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Why We Get So Excited About Big Snowstorms: The Psychology Behind the Anticipation

Major snowstorms can also come with negative side effects, like property damage and even death. So why do we get so excited about weather like this?
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By Korin Miller, Glamour

Photo: Franco Rubartelli/Vogue

If you've been anywhere near a computer or TV lately, you've probably heard about Winter Storm Jonas. The storm is expected to dump at least a foot of snow in a large area spanning from western Tennessee to New York City, and the D.C. area might get up to 20 inches.

And some people are... really excited about this.

Social media is being flooded with tweets and Facebook posts from people who are psyched about the impending snowstorm, and Jonas Brothers-themed storm memes are already popping up.

But major snowstorms can also come with negative side effects, like property damage and even death. So why do we get so excited about weather like this?

"Snowstorms have that rare mixture of stimulation, fear, and power, yet beauty," explains clinical psychologist John Mayer, Ph.D. "Natural phenomena such as this also have the element of being affected by something out of our control and this stimulates us in a unique way psychologically."

Snowstorms in particular also take us back to our childhood and the carefree feelings that often come with it, says Miami-area licensed clinical psychologist Erika Martinez, Psy.D. "We used to have that excitement of not having to go to school," she says. That gets ingrained in our minds and, as an adult, sparks that same feeling -- especially if we can't make it in to work due to the snow.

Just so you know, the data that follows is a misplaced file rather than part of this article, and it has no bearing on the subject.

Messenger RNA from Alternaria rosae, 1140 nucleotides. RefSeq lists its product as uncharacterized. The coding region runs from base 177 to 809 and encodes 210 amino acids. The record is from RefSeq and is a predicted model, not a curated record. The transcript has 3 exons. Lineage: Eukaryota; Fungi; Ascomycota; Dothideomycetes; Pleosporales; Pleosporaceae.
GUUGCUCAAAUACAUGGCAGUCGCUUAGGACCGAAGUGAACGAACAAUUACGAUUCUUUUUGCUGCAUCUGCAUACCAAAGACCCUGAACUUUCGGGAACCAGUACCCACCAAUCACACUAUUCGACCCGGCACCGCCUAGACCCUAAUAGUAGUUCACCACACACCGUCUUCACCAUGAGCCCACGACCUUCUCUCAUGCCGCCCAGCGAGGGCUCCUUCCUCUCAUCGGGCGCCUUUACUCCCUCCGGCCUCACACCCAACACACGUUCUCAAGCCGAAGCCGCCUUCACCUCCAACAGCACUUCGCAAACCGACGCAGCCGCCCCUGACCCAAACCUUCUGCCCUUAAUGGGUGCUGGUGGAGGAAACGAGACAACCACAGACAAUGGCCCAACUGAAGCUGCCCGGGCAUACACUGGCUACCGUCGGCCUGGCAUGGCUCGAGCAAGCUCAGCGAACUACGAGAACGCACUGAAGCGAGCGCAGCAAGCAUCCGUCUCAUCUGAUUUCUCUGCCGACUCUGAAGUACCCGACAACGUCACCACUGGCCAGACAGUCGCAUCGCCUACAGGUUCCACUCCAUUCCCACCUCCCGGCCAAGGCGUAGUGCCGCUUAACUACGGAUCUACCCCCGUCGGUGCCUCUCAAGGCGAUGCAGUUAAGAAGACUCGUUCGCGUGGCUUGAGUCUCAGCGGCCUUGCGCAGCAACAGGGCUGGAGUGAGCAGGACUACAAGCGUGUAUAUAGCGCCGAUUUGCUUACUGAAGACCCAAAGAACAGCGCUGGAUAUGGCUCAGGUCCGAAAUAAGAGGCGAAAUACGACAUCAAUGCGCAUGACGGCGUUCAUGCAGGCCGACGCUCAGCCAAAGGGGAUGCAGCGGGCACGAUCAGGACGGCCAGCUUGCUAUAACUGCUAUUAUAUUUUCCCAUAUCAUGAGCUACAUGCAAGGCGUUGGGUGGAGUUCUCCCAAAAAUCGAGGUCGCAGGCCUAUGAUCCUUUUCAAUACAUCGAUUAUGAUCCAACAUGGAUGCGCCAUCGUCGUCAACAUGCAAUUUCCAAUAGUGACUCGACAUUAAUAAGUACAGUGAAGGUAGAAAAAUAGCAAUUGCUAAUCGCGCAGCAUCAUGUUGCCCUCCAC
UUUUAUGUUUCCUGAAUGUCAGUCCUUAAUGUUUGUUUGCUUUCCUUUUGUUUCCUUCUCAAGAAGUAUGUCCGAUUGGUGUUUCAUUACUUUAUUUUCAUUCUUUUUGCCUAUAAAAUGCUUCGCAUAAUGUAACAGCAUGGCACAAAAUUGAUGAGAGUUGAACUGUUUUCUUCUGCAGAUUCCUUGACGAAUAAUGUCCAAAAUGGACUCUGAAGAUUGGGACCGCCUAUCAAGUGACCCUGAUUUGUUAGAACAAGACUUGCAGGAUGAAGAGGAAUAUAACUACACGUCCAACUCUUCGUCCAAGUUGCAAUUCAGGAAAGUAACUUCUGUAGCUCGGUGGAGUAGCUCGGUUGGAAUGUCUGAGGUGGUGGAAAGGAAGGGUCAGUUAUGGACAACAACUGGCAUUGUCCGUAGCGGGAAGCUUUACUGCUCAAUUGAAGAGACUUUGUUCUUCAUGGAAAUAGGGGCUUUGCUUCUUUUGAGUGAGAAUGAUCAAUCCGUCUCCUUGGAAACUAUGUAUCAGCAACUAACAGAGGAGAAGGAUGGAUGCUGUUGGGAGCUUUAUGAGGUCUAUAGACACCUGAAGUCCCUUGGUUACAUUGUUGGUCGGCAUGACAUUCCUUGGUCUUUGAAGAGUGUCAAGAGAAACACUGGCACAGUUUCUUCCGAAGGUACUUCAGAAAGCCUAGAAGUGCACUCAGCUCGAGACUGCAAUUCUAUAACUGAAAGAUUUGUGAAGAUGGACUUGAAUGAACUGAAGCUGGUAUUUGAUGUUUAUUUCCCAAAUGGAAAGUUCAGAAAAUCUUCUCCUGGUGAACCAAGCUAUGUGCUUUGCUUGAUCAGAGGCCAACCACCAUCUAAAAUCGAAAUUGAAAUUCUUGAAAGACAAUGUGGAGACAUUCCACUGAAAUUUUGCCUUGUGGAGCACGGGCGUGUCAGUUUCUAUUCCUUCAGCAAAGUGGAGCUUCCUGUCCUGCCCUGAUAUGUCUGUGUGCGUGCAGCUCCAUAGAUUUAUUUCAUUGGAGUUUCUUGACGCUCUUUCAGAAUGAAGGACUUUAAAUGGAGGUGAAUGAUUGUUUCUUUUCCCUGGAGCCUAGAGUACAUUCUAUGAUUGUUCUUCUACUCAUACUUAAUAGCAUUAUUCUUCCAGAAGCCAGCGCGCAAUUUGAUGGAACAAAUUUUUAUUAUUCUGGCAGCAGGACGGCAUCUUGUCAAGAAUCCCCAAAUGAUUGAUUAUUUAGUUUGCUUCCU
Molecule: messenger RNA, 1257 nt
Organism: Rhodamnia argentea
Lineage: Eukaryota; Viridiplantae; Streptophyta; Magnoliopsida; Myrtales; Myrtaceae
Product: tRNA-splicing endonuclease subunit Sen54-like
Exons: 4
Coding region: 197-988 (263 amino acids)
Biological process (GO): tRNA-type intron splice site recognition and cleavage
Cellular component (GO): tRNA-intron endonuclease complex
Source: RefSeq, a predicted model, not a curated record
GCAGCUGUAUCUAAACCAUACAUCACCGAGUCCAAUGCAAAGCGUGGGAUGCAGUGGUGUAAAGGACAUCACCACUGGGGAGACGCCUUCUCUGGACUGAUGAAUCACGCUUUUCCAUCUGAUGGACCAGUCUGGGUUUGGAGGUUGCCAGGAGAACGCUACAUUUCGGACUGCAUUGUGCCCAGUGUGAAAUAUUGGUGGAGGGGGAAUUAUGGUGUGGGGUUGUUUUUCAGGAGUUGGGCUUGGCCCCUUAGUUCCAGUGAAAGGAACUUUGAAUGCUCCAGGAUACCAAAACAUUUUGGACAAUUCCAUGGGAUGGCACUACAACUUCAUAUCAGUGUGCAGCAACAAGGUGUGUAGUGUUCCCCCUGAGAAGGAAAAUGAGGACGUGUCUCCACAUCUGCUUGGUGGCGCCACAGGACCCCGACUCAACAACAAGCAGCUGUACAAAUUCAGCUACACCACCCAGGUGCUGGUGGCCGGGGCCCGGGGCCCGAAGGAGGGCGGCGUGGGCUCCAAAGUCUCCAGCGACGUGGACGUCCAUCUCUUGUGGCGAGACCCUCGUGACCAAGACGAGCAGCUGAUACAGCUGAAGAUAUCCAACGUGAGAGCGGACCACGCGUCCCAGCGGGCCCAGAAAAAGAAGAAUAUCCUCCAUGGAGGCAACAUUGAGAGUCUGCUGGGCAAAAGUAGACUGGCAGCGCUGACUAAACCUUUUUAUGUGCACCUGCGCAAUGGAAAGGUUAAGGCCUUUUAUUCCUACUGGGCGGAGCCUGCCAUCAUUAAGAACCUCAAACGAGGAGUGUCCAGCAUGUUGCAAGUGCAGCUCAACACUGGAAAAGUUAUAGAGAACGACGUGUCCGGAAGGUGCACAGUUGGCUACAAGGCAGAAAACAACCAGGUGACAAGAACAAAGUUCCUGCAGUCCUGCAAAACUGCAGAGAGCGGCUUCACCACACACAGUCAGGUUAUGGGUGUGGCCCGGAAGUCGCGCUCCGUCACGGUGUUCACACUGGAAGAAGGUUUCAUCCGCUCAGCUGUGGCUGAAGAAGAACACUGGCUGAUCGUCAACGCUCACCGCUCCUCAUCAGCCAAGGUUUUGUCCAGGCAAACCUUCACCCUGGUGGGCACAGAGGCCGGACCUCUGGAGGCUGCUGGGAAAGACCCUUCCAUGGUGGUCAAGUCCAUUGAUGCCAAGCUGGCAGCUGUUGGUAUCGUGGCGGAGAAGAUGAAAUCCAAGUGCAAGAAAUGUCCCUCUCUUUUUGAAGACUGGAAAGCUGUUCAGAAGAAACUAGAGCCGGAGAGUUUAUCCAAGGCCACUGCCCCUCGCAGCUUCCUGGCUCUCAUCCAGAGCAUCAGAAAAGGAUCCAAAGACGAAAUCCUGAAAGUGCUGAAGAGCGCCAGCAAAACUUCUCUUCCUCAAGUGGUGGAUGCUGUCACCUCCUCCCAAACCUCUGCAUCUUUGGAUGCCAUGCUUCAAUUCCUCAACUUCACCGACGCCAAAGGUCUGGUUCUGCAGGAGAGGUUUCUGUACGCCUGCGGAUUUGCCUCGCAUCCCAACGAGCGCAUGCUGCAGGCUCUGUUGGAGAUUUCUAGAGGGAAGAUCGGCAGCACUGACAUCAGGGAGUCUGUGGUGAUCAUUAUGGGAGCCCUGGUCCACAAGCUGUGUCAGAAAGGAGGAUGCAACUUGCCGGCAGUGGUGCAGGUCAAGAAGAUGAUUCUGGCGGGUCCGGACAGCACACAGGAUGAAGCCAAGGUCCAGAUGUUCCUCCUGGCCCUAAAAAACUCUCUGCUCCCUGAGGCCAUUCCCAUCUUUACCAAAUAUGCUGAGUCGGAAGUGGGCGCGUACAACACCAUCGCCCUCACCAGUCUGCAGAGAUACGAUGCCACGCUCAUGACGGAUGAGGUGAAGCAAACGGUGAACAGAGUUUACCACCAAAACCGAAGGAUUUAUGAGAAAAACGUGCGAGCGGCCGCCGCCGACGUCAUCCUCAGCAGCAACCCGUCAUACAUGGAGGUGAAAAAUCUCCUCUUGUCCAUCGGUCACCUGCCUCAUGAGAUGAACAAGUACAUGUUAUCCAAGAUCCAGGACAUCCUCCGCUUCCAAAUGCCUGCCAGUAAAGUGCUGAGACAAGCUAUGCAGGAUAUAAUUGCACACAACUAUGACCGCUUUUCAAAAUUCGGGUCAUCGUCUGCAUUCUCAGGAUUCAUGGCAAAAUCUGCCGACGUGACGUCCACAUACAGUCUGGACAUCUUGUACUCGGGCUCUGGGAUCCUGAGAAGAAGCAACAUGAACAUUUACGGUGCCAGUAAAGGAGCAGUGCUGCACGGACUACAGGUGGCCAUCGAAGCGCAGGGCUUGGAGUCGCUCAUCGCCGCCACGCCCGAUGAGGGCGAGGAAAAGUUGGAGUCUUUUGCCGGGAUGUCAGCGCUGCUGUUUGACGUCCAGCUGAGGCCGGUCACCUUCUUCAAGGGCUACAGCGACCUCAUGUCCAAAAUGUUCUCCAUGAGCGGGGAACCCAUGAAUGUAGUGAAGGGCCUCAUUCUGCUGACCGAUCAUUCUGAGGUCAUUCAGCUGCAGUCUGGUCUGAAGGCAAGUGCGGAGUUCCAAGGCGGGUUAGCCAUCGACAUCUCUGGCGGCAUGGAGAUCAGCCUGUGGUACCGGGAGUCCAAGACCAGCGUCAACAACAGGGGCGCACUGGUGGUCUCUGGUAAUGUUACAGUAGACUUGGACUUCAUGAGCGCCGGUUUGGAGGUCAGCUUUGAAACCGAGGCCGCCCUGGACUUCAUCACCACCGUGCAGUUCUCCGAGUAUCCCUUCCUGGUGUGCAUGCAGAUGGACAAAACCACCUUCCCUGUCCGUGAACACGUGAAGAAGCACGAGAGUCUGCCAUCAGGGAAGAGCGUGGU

Major snowstorms also break up our routines -- you suddenly have to run to the store to stock up on bread, eggs, and (let's be honest) wine -- and may be cozying up at your place for a while. That new behavior, anticipation, and excitement can be really psychologically stimulating for us, Martinez says.

While bad things can happen during major snowstorms, Mayer says most of us tend to gloss over that because we're on such a high from the snowfall. "We are all about instant gratification, the here and now, so we don't immediately think or emote about these aftereffects," he says.

That snow day glow can actually give us a boost for a while, Mayer says: "Even in the midst of shoveling out, those psychological reactions embrace us for a long time."

But with that high can come a low after the snow melts and you have to schlep off to work again. If you find yourself feeling especially bummed post-Jonas, Martinez says it might be a sign that you need to mix things up more often. "As soon as you start looking for new things to do, that hum drum feeling really goes away," she says.

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